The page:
My most cherished childhood memories center on fabric - the comfort of a blanket edged in silk, the feel of a well-worn cotton tee, the nubby texture of a hand-knit sweater. As the daughter of a mother who teaches in the field of fashion and design, I was acutely aware at a young age of the transformational properties of clothing. My artistic interests were equally shaped by my grandmother. Guided by her firm hands, unwieldy lengths of fabric were coaxed to behave, ultimately shaped into a variety of forms marked by perfect, crisp seams. The drama that surrounded the cutting of the fabric felt epic – she possessed such confidence as she sliced thorough layers of cloth, following the edges of the whisper-thin tissue paper that outlined its eventual shape. My grandmother taught me to decode the language of patterns, to sew, and later, to knit, crochet, and embroider.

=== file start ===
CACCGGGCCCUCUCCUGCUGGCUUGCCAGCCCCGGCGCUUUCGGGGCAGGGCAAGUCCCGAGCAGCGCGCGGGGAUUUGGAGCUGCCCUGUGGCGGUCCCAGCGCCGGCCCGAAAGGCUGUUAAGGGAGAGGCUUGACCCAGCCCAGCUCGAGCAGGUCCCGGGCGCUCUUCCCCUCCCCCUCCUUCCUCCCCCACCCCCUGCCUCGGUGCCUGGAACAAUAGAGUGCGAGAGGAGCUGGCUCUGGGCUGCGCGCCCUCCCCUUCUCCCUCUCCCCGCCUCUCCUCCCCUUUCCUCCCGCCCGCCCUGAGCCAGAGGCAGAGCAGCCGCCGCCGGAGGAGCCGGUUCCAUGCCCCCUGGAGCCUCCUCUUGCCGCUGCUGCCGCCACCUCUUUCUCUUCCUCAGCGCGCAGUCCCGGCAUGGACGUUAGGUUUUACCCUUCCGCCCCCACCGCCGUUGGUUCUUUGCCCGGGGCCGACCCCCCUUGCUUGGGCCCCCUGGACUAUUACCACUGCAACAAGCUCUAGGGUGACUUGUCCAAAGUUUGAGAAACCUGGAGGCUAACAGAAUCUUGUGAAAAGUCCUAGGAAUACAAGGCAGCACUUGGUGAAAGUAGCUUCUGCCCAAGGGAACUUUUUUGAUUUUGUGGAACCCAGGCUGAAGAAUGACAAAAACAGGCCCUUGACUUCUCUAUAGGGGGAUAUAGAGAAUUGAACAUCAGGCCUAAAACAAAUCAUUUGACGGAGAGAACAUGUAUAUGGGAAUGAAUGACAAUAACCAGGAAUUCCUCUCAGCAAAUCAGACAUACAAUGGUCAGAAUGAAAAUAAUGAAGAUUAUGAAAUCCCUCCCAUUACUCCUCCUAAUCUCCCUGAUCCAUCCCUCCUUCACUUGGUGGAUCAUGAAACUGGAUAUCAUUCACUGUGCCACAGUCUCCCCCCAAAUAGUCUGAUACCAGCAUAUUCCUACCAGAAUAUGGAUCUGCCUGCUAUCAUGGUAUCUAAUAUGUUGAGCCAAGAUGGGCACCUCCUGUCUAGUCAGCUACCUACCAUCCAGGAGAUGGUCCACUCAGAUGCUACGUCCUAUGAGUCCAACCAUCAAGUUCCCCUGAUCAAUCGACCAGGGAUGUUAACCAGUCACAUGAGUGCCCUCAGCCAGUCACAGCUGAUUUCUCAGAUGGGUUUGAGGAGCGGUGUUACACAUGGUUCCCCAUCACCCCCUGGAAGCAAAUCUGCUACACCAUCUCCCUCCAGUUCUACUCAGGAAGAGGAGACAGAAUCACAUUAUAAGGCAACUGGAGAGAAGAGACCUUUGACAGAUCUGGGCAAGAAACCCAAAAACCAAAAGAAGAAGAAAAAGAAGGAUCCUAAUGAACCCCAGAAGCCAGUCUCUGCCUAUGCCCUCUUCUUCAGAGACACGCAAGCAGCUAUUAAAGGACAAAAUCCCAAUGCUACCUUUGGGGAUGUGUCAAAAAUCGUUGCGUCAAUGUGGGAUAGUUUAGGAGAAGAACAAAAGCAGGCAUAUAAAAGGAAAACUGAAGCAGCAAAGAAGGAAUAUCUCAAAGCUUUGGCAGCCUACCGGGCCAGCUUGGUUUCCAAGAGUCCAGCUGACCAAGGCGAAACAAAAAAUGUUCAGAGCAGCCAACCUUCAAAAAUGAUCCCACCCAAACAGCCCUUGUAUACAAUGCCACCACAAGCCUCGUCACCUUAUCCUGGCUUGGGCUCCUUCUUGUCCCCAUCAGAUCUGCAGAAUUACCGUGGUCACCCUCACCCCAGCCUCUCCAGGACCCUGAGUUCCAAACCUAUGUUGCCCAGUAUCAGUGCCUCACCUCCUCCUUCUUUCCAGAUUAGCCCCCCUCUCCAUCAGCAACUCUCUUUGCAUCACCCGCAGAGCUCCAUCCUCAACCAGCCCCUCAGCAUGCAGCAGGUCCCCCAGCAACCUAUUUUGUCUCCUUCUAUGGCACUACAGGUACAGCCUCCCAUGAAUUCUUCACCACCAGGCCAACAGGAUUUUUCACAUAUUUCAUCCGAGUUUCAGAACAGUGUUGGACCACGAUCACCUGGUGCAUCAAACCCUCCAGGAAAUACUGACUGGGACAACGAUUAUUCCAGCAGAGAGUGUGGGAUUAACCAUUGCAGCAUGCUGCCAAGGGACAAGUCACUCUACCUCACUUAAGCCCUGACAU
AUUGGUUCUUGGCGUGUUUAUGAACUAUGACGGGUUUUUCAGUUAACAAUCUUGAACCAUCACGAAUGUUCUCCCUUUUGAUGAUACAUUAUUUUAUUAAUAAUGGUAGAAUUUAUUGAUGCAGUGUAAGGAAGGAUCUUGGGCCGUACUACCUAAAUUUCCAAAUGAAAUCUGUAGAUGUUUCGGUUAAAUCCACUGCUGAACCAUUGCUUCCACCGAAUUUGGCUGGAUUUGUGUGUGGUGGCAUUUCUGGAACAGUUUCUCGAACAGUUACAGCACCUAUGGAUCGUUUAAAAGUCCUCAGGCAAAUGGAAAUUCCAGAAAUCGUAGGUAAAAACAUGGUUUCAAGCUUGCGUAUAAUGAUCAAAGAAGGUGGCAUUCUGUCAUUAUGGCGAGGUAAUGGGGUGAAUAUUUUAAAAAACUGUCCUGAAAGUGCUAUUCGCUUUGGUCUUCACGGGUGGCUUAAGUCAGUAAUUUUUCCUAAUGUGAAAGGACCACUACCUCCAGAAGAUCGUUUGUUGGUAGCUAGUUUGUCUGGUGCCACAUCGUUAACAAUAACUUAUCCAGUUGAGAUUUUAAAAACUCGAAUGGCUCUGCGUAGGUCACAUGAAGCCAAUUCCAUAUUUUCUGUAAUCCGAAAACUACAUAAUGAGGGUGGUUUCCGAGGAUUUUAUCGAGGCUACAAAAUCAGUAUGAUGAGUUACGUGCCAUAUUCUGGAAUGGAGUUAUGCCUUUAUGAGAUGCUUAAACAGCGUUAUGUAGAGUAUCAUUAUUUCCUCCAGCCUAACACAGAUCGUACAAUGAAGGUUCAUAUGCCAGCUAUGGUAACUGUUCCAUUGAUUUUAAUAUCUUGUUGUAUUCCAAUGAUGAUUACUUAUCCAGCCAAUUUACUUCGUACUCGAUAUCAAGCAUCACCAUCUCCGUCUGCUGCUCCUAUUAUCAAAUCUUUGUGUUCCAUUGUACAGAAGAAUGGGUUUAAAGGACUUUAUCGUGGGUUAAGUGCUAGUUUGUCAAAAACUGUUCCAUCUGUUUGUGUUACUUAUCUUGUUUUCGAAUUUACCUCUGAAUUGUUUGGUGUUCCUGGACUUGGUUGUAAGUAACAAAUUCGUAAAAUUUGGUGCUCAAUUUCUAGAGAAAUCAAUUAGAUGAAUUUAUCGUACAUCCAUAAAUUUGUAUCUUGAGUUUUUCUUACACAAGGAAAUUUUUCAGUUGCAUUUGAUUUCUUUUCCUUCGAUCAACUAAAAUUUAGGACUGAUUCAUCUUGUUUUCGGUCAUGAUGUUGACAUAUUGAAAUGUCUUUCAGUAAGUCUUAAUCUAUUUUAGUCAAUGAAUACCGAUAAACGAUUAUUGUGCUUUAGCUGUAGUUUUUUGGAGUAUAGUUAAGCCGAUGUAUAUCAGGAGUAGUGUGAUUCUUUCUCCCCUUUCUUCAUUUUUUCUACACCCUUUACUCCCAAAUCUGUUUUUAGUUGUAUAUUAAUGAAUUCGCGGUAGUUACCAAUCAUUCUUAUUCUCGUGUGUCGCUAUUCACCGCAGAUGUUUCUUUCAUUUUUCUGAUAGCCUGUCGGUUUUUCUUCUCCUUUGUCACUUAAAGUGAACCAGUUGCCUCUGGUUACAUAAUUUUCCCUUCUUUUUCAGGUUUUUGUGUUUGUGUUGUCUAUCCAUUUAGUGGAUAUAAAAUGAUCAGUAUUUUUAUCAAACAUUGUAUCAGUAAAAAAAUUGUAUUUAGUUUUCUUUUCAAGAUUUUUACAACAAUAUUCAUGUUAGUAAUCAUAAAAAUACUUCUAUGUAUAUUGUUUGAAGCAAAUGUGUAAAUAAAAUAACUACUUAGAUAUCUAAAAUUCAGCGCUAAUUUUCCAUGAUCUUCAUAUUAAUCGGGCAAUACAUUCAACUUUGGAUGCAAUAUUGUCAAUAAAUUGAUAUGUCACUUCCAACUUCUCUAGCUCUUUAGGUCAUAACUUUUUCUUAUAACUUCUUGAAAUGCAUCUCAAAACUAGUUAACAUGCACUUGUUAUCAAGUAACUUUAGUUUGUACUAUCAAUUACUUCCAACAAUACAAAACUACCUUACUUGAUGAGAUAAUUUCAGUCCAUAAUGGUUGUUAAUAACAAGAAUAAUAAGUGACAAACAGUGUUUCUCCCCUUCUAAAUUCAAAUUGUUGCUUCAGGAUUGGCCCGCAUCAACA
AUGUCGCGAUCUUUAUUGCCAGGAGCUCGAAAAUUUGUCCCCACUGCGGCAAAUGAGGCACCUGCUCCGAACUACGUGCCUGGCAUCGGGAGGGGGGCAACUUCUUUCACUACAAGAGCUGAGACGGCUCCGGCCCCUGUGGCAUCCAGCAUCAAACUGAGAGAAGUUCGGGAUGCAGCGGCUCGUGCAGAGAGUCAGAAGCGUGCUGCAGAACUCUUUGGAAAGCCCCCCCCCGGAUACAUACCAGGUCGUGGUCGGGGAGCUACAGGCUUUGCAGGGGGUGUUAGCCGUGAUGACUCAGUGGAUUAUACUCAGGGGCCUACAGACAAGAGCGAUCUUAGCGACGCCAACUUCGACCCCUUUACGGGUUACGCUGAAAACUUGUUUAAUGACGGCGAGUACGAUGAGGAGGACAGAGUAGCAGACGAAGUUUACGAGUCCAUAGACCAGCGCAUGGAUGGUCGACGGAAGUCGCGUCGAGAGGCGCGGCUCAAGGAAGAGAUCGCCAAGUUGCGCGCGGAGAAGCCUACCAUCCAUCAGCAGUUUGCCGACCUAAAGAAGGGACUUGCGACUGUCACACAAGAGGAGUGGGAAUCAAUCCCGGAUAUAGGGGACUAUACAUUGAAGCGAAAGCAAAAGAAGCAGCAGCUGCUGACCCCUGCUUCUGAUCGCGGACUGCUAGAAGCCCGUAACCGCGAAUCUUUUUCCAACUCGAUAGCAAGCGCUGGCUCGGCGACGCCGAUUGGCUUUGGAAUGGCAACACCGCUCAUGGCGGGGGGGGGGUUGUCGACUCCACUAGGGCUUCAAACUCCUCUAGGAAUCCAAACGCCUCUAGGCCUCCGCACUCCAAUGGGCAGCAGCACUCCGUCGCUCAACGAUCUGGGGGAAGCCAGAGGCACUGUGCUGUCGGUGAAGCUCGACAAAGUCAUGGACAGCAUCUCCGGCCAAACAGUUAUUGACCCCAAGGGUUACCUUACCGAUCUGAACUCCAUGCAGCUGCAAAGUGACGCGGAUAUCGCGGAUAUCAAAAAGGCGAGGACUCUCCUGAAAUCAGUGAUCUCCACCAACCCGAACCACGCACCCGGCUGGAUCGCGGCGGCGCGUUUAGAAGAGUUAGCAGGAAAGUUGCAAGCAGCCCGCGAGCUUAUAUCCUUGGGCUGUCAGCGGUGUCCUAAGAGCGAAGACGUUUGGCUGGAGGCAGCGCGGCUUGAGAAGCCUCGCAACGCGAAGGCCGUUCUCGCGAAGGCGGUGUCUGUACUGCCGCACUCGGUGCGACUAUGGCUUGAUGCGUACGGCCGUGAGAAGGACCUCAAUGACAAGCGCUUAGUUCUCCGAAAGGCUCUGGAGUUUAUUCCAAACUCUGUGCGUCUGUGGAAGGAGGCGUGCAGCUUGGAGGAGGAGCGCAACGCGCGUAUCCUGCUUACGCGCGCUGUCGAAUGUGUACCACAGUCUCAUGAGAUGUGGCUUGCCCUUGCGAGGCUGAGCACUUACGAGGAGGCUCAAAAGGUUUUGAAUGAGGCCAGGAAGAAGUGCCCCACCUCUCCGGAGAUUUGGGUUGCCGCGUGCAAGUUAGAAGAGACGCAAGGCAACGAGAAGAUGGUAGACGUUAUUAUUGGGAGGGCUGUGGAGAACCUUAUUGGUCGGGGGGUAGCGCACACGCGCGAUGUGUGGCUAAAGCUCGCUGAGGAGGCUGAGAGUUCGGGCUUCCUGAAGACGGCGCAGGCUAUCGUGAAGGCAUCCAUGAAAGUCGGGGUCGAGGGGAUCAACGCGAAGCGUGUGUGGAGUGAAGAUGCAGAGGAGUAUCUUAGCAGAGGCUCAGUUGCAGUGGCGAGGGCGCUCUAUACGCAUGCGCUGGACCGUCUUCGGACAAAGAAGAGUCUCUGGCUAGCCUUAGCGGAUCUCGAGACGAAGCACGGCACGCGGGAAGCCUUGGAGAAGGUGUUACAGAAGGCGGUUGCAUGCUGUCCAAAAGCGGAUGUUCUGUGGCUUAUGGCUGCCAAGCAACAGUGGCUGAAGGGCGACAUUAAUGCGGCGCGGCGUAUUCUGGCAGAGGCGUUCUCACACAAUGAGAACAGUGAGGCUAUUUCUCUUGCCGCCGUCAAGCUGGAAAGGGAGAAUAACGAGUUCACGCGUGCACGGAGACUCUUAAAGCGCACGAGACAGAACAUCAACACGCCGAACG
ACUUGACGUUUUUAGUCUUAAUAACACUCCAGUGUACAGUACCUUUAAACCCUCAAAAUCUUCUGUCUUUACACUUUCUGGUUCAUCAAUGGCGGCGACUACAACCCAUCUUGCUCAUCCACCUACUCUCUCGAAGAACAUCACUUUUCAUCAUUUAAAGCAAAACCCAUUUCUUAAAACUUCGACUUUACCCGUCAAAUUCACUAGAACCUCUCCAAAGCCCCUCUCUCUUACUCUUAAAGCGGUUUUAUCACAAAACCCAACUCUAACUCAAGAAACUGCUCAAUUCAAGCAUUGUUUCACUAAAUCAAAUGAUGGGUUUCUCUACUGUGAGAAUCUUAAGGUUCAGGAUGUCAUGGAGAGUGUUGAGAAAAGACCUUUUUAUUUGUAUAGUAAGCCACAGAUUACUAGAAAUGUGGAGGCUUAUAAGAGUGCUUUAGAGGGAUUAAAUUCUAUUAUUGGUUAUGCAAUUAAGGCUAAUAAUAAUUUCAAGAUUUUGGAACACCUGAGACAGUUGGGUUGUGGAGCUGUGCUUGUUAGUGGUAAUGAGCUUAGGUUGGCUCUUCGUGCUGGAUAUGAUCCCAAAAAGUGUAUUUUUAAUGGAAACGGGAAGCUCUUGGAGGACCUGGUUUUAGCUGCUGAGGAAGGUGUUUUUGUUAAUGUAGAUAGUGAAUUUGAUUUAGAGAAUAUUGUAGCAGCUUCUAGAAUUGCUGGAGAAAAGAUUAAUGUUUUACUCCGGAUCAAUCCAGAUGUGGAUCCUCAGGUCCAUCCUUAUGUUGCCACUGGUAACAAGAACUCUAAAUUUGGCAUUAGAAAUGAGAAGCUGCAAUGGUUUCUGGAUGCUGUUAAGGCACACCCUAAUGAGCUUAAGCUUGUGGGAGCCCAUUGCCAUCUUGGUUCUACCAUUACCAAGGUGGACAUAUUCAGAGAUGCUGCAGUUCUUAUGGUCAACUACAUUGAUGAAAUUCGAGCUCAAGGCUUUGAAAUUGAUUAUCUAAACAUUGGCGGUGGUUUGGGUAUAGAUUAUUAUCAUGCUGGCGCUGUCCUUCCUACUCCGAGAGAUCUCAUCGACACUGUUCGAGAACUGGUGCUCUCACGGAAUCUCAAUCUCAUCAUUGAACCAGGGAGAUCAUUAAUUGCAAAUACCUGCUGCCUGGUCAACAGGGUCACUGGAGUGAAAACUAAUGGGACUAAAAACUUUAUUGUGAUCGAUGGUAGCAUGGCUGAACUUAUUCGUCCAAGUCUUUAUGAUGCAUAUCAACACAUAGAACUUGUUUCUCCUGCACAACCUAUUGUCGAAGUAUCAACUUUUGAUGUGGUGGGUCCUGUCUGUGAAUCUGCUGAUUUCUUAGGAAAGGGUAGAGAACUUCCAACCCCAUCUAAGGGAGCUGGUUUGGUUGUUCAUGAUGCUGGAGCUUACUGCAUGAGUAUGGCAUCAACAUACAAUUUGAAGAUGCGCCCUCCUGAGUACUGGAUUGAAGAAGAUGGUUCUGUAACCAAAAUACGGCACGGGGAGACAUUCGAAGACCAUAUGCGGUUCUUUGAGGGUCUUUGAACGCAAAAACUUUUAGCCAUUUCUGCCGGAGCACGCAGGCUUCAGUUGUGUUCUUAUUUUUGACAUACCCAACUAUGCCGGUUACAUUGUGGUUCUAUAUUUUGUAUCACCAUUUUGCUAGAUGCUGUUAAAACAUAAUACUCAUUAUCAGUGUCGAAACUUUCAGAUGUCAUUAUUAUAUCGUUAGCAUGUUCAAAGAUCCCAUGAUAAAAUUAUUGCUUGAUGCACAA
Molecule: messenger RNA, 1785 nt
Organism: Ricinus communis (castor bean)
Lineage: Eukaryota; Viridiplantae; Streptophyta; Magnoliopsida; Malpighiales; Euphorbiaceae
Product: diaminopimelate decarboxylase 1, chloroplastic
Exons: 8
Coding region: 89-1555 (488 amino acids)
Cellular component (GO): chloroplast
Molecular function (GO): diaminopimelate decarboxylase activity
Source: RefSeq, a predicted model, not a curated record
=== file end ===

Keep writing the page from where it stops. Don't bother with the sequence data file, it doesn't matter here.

While all of my work fiber-based, not all of my pieces are intended to be worn. I am drawn to old garments that show evidence of the hand that created the piece as well as the person who wore it. These indelible marks—stitches, stains, mended holes, and spots rubbed almost bare by continual contact with the body—speak to the hours invested in the making of the garment as well as the years that have passed as it was worn, again and again. I am interested in ways in which to transcend both the utilitarian nature and the inevitable entropy that continually affect these garments and reimagine them as enduring, sculptural artifacts. In so doing, I aim to defy the viewer’s expectation of what fiber is, can, or should be. In my most recent work, I have been working with both narrative and context, exploring how garments can be altered to reflect as well as defy societal norms and expectations, particularly of women.